PopCap's Andrew Stein talks porting Plants vs. Zombies to iPhone

New controls and bigger zombie heads

PopCap's Andrew Stein talks porting Plants vs. Zombies to iPhone
| Plants vs Zombies

While all of PopCap's iPhone games have been massively successful, the one that everyone's been clamouring for since its PC and Mac release is Plants vs. Zombies.

Finally released, we caught up with Andrew Stein, PopCap's director of mobile business development, to find out some more about the process behind bringing it to the small portable screen.

Pocket Gamer: Why did you decide to bring Plants vs. Zombies to iPhone?

Andrew Stein: Plants vs. Zombies engenders a lot of passion internally at PopCap and is one game the studio demanded be brought to iPhone.

In terms of final decision making, it certainly helps that it's won award after award and is the title our fans have been clamouring for as the next iPhone/iPod touch game.

What issues did you have to deal with in terms of porting to iPhone?

Adapting the art and animation to the iPhone was a challenge because the screen is fairly small. For instance, the zombies give a lot of visual cues to their health state - traffic cones deteriorate as the zombie takes damage.

To compensate, we adjusted the art for all the zombies to make their heads bigger so that these cues were easier to see. It's not really noticeable unless you're looking for it but it makes a big difference in gameplay.

There's a huge amount of animation so we had to do a lot of optimisation and tuning so that the game could run in the memory footprint of the iPhone and run smoothly.

We also spent considerable time incorporating a new control scheme that took features of the device into account e.g. the fact that your fingers may be blocking important parts of the screen as you drag seeds to plant.

What was the most difficult thing to get right?

In my opinion, the most difficult thing to get right was the control scheme and animation. It's vitally important to Plants vs. Zombies' gameplay that you can place your plants precisely in the heat of battle.

Our creative guys tried a lot of different control schemes and I think nailed something that works really well. For me, I now feel the drag actually works better than the original PC/Mac version.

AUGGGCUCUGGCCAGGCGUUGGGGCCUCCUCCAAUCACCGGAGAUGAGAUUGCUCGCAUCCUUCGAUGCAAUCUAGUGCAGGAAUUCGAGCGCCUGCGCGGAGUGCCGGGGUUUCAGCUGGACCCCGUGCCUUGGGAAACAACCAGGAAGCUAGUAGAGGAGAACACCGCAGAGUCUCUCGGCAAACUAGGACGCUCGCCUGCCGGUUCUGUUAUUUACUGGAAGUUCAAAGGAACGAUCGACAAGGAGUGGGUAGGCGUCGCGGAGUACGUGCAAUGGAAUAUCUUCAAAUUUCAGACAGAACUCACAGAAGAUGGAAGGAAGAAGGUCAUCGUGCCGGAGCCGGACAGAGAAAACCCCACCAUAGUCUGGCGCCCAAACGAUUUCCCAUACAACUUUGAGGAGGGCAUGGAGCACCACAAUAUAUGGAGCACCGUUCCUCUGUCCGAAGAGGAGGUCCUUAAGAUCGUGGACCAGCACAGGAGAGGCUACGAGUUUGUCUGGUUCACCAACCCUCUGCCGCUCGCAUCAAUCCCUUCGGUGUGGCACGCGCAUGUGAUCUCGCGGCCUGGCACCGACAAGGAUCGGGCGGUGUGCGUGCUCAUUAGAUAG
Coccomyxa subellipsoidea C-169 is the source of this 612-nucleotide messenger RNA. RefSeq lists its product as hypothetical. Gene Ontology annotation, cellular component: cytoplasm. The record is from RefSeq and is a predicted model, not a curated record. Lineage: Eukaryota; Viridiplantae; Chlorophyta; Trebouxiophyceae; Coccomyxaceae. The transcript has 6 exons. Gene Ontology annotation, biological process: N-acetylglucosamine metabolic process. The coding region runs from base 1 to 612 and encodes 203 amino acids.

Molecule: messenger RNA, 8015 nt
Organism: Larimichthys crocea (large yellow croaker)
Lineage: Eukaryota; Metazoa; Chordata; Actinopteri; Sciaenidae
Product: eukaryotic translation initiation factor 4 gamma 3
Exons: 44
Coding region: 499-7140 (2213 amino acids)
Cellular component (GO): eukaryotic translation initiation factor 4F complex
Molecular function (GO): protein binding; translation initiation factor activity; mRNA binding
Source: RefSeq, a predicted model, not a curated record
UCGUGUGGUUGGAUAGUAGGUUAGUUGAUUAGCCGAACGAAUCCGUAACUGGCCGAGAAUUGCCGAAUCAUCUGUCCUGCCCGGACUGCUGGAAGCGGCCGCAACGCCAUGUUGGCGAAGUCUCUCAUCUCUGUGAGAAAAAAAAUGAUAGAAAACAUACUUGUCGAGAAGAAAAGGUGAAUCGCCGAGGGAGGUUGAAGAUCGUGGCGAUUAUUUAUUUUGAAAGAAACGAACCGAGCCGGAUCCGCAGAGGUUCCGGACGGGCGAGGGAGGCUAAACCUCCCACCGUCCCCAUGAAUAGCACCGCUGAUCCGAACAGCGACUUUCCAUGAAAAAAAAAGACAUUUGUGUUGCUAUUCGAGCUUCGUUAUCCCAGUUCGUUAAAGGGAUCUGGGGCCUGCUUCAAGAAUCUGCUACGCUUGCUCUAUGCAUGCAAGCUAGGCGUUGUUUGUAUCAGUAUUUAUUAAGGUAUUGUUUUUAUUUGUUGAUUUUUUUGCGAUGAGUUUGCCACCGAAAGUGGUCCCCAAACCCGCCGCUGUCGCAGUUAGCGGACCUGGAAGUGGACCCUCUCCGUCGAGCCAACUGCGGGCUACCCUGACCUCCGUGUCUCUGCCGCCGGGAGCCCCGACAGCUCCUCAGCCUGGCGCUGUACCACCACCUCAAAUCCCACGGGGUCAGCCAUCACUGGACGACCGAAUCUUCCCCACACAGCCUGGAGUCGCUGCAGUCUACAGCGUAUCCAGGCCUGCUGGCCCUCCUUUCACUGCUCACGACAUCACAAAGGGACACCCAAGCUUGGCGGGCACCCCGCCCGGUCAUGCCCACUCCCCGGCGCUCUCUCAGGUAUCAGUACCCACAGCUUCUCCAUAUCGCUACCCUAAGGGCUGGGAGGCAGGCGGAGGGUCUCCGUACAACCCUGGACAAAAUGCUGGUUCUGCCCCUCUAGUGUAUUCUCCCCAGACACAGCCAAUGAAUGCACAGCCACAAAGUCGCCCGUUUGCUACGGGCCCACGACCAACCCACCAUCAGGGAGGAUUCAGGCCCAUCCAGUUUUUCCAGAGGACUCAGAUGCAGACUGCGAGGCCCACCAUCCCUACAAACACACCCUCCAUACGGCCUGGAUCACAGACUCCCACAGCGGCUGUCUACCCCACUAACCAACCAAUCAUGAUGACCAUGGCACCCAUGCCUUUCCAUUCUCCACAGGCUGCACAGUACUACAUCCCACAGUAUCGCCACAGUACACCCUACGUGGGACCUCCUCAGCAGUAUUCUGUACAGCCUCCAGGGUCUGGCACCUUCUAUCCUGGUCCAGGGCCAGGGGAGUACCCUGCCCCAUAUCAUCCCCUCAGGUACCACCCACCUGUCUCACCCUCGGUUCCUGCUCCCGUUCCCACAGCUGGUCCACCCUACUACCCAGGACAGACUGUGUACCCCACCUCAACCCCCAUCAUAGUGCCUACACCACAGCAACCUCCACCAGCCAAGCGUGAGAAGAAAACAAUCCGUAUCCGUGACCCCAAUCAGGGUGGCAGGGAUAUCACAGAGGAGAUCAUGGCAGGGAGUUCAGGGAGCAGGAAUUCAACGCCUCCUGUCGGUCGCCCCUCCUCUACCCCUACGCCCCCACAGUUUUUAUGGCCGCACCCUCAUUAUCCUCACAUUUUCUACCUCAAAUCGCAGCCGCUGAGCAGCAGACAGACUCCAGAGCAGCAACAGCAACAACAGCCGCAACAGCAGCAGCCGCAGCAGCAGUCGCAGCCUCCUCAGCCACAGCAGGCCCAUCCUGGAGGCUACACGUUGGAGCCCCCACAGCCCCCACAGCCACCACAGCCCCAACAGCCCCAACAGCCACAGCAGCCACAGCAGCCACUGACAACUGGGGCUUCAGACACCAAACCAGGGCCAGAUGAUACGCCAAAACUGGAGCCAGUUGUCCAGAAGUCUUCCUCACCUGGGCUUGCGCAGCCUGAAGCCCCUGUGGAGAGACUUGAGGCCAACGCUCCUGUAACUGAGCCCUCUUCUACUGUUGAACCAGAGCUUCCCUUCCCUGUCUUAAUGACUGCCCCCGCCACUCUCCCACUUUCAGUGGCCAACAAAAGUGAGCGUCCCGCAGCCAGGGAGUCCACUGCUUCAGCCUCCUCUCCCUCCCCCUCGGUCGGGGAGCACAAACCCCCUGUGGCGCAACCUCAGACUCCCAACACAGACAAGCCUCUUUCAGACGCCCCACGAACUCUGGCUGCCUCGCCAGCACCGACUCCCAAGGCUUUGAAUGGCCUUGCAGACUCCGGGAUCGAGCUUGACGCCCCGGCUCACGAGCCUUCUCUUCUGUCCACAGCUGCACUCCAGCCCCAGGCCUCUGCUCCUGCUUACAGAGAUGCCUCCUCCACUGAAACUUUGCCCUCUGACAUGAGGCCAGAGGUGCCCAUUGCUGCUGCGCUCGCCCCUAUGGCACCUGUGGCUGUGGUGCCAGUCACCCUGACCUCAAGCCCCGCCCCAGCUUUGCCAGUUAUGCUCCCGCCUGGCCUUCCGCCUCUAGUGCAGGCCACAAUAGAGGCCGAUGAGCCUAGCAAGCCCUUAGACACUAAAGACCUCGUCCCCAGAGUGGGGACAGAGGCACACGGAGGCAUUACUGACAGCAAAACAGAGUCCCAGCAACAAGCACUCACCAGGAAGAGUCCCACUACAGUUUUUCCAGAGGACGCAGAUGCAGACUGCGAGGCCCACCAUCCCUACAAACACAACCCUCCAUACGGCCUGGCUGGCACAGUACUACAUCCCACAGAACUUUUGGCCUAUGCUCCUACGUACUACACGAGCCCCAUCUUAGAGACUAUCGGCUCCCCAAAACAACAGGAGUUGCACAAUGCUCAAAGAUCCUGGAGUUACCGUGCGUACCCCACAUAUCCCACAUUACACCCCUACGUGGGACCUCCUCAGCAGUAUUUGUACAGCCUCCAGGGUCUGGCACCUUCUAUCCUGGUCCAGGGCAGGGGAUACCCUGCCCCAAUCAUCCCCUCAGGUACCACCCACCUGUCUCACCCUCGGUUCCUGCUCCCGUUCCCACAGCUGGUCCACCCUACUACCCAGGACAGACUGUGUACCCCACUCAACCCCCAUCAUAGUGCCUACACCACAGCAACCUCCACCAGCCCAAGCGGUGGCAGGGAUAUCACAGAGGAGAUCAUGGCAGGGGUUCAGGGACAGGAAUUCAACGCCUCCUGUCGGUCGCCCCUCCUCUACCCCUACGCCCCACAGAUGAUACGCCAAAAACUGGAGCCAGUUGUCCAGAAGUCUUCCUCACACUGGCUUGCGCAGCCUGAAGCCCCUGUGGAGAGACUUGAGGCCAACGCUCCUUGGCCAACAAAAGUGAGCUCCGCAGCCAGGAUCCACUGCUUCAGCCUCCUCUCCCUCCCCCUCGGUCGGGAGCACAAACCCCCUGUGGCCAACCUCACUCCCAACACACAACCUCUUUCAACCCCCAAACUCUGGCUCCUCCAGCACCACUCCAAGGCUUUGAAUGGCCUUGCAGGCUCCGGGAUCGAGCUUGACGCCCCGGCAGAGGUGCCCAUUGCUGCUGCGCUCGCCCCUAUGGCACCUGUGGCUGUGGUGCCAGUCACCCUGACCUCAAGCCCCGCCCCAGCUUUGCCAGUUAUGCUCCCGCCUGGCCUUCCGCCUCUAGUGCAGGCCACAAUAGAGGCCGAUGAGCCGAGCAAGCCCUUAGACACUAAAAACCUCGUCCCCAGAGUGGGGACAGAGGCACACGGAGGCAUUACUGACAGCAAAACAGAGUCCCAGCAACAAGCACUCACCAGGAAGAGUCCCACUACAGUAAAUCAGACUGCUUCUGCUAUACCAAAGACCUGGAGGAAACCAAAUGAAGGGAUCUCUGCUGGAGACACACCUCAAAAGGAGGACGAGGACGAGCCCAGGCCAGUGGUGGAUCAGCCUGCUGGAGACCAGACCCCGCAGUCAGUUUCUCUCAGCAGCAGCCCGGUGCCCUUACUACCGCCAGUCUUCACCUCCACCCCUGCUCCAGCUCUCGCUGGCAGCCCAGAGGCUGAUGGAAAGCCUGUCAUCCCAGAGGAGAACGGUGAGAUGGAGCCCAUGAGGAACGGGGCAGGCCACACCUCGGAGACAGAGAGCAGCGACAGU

Who did the work and how long did it take?

We used the same team that created Bejeweled 2 and Peggle for iPhone (and the original click-wheel iPod version in the case of Peggle). The work took roughly six months from start to submission.

Have you removed or added any features?

We have added achievements to the iPhone game which weren't in the original. We also added a Quick Play Arena, which allows you to go back and replay any level once you've finished the adventure.

What do you think is the most impressive thing about the game?

I think it is fair to say that Plants vs. Zombies is one of the most complex games that PopCap has ever made. The adaptation for the iPhone is tremendous. We hope you agree.

Will the game be released for any other portable platforms?

We haven't made any announcements about other platforms but I can say that PopCap loves to bring our titles to as many people as possible - and that means, as many platforms as possible.

Thanks to Andrew for his time. Plants vs. Zombies is out now on the App Store.
Jon Jordan
Jon Jordan
A Pocket Gamer co-founder, Jon can turn his hand to anything except hand turning. He is editor-at-large at which means he can arrive anywhere in the world, acting like a slightly confused uncle looking for the way out. He likes letters, cameras, imaginary numbers and legumes.